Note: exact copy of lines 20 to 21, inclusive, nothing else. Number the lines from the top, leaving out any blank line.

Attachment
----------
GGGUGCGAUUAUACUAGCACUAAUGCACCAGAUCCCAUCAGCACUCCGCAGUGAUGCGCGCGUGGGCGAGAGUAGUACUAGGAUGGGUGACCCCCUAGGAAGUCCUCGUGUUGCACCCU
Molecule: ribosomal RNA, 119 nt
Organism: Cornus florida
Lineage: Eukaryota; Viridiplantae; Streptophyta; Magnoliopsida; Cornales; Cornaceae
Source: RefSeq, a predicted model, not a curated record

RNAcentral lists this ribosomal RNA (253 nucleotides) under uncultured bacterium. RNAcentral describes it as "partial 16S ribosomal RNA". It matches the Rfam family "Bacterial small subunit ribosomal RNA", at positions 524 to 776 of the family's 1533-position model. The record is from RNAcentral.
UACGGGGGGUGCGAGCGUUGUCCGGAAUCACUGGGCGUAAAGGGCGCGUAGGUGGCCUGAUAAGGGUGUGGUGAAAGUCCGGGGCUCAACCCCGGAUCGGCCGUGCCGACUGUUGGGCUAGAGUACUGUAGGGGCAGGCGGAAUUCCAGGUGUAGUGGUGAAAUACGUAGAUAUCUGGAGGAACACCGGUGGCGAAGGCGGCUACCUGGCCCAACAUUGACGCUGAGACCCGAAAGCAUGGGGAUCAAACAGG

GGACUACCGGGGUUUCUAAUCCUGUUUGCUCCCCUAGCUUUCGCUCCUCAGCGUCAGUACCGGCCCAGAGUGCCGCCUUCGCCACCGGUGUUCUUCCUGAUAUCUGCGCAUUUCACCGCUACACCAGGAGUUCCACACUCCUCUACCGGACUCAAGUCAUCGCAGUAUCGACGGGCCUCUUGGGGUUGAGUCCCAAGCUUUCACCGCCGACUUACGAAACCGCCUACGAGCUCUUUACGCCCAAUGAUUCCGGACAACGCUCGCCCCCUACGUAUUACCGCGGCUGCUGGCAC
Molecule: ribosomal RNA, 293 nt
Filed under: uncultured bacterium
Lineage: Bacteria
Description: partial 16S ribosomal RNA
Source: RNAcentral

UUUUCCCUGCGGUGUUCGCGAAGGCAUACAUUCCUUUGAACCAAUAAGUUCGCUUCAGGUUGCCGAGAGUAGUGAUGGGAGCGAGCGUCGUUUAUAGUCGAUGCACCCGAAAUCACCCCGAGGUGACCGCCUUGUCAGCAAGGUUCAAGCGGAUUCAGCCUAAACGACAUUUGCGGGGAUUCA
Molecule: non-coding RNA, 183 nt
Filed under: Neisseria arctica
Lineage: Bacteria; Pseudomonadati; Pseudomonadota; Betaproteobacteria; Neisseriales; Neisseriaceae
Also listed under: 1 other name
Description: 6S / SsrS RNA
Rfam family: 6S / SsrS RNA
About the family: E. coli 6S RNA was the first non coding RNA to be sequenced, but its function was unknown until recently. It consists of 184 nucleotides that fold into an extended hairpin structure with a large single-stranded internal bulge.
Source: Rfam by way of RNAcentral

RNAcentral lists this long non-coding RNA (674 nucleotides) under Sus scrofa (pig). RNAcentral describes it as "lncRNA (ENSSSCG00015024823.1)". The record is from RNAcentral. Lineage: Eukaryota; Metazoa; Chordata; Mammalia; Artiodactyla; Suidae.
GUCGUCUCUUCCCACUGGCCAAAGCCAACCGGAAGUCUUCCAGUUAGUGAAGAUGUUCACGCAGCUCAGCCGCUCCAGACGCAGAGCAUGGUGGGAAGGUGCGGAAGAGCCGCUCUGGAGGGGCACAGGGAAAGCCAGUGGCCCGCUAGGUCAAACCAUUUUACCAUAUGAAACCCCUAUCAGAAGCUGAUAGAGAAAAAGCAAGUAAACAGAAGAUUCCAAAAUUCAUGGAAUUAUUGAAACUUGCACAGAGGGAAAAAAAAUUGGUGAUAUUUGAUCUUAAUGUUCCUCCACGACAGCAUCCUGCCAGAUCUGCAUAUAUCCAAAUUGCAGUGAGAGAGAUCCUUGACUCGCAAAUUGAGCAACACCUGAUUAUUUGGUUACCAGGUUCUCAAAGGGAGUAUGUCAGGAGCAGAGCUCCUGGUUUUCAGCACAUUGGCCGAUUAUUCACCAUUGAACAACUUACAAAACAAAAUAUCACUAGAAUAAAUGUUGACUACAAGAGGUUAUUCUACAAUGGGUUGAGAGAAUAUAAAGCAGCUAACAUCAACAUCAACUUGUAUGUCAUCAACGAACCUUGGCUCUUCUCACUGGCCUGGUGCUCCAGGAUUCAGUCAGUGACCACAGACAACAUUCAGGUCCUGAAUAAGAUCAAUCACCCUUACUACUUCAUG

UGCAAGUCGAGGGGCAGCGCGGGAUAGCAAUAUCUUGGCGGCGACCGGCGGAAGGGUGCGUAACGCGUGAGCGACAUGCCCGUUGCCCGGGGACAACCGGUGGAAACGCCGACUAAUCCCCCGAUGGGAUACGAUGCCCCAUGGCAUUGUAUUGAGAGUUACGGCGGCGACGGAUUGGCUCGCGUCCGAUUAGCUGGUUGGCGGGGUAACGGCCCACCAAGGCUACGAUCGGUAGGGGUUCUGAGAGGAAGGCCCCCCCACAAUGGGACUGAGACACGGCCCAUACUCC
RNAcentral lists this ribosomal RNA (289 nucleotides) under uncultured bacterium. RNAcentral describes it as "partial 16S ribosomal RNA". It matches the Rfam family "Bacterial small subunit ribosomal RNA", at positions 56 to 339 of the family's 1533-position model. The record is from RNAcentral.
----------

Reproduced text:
Rfam family: 6S / SsrS RNA
About the family: E. coli 6S RNA was the first non coding RNA to be sequenced, but its function was unknown until recently. It consists of 184 nucleotides that fold into an extended hairpin structure with a large single-stranded internal bulge.